Elk Rock Gardens of the Bishop's Close

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Elk Rock Gardens of the Bishop's Close
Elk rock gardens path.jpg
Path through the Cascades section of the gardens
Location Dunthorpe, Oregon, United States
Coordinates 45°26′23.17″N 122°39′5.13″W / 45.4397694°N 122.6514250°W / 45.4397694; -122.6514250Coordinates: 45°26′23.17″N 122°39′5.13″W / 45.4397694°N 122.6514250°W / 45.4397694; -122.6514250
Area 13-acre (5.3 ha)
Opened 1916
Owned by Episcopal Diocese of Oregon
Status Open to the public

Elk Rock Gardens of the Bishop's Close are located on a hillside estate overlooking the Willamette River in Dunthorpe, Oregon, in the United States. Peter Kerr started the gardens in 1916 on a 13-acre (5.3 ha) estate that passed to the Episcopal Diocese of Oregon after his death in 1957.[1] The estate includes a manor house and other structures, and is open to the public.[2]

Magnolias and other native and non-native trees, shrubs, and plants grow in the gardens.[3] Dunthorpe is an unincorporated community on the west side of the Willamette south of Portland and north of Lake Oswego along Oregon Route 43.


Kerr moved to Portland from Scotland in 1888 and started a grain business. He and his brother and Kerr's business partner bought land on the hillside in the early 1890s. They built a cottage on the site and lived there until the other two men married and moved elsewhere. Kerr, the sole remaining occupant, married Laurie King in 1905. They lived in the cottage until 1916, when a new house resembling a Scottish manor was completed on the site. John Olmsted of the Olmsted Brothers landscape architects, sited the house to provide a view of Mount Hood. After the manor was finished, Kerr, encouraged by his wife, began work on a large garden.[1] Kerr planted the garden with plants obtained during his travels, as well as native Northwest plants. He spent nearly six decades developing the garden prior to his death at the age of 95.[4]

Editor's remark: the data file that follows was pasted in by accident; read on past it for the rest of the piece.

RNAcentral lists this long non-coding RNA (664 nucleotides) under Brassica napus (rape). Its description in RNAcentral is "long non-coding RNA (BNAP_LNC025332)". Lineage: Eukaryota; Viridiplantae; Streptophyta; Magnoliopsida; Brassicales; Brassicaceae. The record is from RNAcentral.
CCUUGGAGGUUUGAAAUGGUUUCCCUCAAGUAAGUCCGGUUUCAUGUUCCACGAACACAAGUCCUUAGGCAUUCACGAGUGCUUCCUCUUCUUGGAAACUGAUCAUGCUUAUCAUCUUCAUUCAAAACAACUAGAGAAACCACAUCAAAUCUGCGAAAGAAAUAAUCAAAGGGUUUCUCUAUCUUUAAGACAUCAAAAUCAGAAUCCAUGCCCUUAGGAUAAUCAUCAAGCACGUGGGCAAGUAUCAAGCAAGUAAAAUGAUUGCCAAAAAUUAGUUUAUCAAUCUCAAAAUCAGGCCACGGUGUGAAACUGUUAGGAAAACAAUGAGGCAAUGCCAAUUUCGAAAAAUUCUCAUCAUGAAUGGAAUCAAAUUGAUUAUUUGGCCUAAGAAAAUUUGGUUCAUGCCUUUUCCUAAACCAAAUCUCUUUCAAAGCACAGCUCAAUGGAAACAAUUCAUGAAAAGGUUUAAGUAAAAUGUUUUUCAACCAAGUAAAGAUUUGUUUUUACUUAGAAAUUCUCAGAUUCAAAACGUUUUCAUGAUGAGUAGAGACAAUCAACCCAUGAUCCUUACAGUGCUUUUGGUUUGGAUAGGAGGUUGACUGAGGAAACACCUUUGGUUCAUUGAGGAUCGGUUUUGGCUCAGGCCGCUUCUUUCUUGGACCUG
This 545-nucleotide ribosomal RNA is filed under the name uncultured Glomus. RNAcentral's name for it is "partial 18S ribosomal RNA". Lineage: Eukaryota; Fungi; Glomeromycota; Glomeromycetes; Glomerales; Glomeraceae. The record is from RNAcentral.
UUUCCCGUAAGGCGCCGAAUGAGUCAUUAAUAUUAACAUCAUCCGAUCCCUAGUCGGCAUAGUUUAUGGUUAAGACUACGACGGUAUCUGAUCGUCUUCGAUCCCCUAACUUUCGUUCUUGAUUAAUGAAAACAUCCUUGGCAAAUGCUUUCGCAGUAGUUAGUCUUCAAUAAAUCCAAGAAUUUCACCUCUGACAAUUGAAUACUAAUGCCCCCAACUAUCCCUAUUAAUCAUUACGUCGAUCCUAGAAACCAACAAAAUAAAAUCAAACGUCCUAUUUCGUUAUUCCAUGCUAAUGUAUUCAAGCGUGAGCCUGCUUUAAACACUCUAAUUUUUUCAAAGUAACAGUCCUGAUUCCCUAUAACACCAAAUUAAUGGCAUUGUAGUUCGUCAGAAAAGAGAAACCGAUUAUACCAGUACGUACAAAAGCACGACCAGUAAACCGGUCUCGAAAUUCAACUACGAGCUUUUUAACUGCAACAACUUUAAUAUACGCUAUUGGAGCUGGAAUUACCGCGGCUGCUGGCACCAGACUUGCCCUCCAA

The manor from the southeast

When Kerr died in 1957, his daughters, Anne McDonald and Jane Platt, gave the estate and an endowment for its maintenance to the Episcopal Bishop of Oregon on condition that the garden be open to visitors.[1] The diocese named the gardens "Elk Rock Gardens of the Bishop's Close".[5] The "Elk Rock" part of the name derived from the late 19th century name for nearby cliffs above the river.[1] The "Close" part of the name derived from a mainly British use of the word meaning "an enclosed area around a church or other sacred space".[5] The Elk Rock Garden Foundation and the Friends of Elk Rock Garden were formed in 1994 to protect and maintain the garden.[1]

On nearby land to the south, the City of Portland manages about 3.3 acres (1.3 ha) donated by the Kerr family in 1955 for a public park.[6] The Peter Kerr Property, as it is called, includes natural habitat and part of a 1,200-foot (370 m) railroad tunnel through Elk Rock.[6] The Willamette Shore Trolley uses the tunnel for passenger excursions between Portland and Lake Oswego.[7] Across the river from the estate and park is Elk Rock Island, which is accessible from Spring Park in Milwaukie on the east side of the river.[6]

See also[edit]


  1. ^ a b c d e "Elk Rock Garden: History". Elk Rock Garden. 2008. Retrieved July 2, 2009. 
  2. ^ "Elk Rock Garden: Visit". Elk Rock Garden. Retrieved July 2, 2009. 
  3. ^ "Plants of Elk Rock Garden". Elk Rock Garden. Retrieved July 4, 2009. 
  4. ^ Olson, Donald (2014). The Pacific Northwest Garden Tour. Timber Press, Inc. p. 37. ISBN 978-1-60469-451-2. 
  5. ^ a b "The Bishop's Close". Episcopal Diocese of Oregon. 1997. Archived from the original on June 9, 2009. Retrieved July 2, 2009. 
  6. ^ a b c "Peter Kerr Property". City of Portland. Retrieved July 4, 2009. 
  7. ^ "Willamette Shore Trolley". Oregon Electric Railway Historical Society. 2009. Retrieved July 4, 2009. 

External links[edit]